UK and International Tax news
FTT Reconfirms Decision On VAT Planning Arrangements
Friday 9th October 2020
The FTT has recently confirmed its previous decision in a VAT planning case that arrangements were not abusive and allowed the appellant’s appeal.
In Mr Paul Newey (T/A Ocean Finance)  TC07844, the FTT reconsidered its previous decisions regarding VAT planning arrangements entered into by the appellant after the case was remitted back to it by the Court of Appeal.
Mr N traded for many years as a loan broker making VAT exempt supplies. Following concerns that other competitor businesses were not incurring VAT on their advertising expenses Mr N, with the assistance of his accountants, implemented a VAT planning arrangement to remove this VAT cost from the supply chain.
The arrangment involved setting up a Jersey based company to trade as a loan broker, with a loan processing agreement with Mr N. J Co purchased advertising from another Jersey company and, as both companies were outside the UK, the Jersey supplier did not charge VAT and J Co did not have to account for VAT under the reverse charge mechanism.
HMRC considered that Mr N should have accounted for VAT under the reverse charge on the basis that, as a matter of VAT law, Mr N was the recipient of the advertising services, or that if Mr N was not the recipient of the advertising services, he should be treated as the recipient on the grounds that the scheme, viewed as a whole, was abusive under EU law.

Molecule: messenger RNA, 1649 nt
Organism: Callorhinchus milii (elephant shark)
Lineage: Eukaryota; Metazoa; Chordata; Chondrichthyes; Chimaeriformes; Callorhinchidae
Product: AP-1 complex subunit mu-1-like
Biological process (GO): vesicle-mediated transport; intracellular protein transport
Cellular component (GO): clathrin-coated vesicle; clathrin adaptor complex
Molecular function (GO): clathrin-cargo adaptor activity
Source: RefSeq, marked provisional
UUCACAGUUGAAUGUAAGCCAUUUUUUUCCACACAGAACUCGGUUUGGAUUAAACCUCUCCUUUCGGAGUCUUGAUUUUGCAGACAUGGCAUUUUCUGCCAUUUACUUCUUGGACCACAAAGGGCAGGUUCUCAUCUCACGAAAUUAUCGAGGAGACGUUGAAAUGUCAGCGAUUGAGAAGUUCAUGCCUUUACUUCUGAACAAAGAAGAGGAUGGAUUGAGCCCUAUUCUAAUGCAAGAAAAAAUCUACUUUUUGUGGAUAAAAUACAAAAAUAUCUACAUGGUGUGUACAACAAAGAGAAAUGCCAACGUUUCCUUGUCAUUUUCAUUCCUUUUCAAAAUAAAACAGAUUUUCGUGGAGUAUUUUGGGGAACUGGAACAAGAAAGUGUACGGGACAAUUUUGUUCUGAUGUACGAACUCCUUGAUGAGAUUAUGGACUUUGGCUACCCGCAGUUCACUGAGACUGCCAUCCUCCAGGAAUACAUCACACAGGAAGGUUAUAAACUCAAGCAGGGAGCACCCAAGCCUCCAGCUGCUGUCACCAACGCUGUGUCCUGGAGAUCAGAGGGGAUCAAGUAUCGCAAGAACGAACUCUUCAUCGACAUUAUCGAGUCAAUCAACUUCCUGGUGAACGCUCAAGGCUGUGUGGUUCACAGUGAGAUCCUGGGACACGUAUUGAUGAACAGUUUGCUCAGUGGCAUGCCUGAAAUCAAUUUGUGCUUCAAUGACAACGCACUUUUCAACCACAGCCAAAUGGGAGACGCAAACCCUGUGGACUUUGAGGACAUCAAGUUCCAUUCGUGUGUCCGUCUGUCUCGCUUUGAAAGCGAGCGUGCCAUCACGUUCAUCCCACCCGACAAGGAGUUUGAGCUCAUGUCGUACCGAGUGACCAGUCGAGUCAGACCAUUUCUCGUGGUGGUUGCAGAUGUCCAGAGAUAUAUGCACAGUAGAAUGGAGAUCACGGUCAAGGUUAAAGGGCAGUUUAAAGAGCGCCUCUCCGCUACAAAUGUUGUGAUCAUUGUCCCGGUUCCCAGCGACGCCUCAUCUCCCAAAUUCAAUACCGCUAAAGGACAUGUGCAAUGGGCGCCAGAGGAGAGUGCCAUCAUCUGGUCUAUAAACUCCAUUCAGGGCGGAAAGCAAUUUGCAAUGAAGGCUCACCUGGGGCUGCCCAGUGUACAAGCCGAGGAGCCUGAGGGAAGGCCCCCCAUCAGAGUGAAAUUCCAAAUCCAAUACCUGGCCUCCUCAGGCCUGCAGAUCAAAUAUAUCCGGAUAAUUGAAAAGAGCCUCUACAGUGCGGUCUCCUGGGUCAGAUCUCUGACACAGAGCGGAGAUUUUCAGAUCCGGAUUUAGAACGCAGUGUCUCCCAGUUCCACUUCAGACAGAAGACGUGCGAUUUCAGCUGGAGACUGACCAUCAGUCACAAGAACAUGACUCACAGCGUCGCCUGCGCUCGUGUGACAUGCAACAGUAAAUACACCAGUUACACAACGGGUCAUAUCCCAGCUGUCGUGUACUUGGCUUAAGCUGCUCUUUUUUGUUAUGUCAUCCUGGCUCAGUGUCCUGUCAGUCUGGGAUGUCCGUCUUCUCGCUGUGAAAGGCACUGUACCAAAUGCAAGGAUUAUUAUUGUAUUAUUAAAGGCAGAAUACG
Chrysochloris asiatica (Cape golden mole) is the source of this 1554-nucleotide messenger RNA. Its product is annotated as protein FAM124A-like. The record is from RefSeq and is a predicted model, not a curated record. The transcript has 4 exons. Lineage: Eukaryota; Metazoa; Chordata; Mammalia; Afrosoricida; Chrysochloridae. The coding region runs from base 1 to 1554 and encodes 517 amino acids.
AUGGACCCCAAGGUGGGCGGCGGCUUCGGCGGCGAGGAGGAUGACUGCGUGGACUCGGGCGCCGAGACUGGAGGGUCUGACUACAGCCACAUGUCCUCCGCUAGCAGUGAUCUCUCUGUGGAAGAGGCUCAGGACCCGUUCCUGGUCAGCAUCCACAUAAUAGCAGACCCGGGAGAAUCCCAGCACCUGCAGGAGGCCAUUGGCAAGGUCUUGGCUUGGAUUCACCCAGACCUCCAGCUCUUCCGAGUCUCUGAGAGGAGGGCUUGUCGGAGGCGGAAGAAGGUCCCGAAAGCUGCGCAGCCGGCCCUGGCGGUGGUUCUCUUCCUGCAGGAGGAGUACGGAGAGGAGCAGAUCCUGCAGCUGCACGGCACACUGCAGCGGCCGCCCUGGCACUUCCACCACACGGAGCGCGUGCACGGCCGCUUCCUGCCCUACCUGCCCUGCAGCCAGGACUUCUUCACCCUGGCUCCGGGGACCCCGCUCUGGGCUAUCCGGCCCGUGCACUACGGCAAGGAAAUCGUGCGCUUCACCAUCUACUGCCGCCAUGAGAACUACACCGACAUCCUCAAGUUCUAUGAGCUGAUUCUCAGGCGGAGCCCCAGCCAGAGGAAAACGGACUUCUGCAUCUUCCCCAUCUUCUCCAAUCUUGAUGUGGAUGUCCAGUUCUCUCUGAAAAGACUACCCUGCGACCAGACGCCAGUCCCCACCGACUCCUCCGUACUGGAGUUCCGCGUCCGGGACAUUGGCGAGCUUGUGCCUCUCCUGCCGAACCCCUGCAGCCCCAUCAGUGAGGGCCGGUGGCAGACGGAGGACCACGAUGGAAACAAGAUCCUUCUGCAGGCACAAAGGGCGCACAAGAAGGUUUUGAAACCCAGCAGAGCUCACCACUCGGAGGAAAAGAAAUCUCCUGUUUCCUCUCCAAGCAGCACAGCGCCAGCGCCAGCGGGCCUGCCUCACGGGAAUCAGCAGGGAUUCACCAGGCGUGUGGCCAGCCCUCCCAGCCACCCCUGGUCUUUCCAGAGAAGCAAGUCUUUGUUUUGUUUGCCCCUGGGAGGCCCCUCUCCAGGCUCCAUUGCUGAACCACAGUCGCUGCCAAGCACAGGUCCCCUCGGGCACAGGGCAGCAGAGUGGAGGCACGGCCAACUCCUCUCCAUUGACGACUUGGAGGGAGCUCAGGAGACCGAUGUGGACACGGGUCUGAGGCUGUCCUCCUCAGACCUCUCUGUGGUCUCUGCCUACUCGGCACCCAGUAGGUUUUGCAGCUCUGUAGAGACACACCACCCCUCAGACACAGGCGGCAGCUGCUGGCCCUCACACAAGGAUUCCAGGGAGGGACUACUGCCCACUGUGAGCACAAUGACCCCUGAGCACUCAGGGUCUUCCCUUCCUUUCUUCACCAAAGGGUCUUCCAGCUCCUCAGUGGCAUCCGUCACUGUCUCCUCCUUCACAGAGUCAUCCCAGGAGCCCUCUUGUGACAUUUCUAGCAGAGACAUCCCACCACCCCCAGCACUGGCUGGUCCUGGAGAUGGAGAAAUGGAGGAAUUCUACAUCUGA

The first FTT hearing allowed the appeal because it concluded that J Co was a commercial business undertaking an economic activity.
However, on appeal, the Court of Appeal considered that the first FTT decision contained two errors, being that J Co was not making exempt supplies in the UK when it was, and this was accepted by both parties, and in its approach to the facts of the case and the determination of whether or not the arrangements were abusive, the FTT had not adopted the approach laid down by the ECJ.
The FTT was asked to review the case law on the question of what constituted abusive tax avoidance. The ECJ has previously held that the ‘abuse of rights doctrine’ bars wholly artificial arrangements which do not reflect economic reality and which are set up with the sole aim of obtaining a tax advantage. In addition, contractual terms are not the decisive factor when identifying suppliers and recipients of services. They may be disregarded if they do not reflect the commercial and economic reality but constitute an artificial arrangement set up to solely to obtain a tax advantage. The ECJ also held that the national court should determine whether the contractual terms genuinely reflect the economic reality.
The FTT held that the contractual relationships between the parties did reflect the economic and commercial reality, and that the advertiser did make supplies to J Co which used them in the course of its loan broking business. It also held that whilst some activities of J Co’s business were subcontracted to Mr N, J Co was independent of Mr N.
It is noted that the dispute between Mr N and HMRC has been ongoing for over ten years ago and concerned VAT assessments relating to the years 2002-2004. HMRC has yet to confirm whether it will appeal.
This case shows the importance of ensuring the proper implementation of VAT planning arrangements, particularly with regard to the independence of the non- resident company with effective independent directors and supporting documentation for all transactions.
If you would like more detail on the above, please contact Keith Rushen on 0207 486 2378.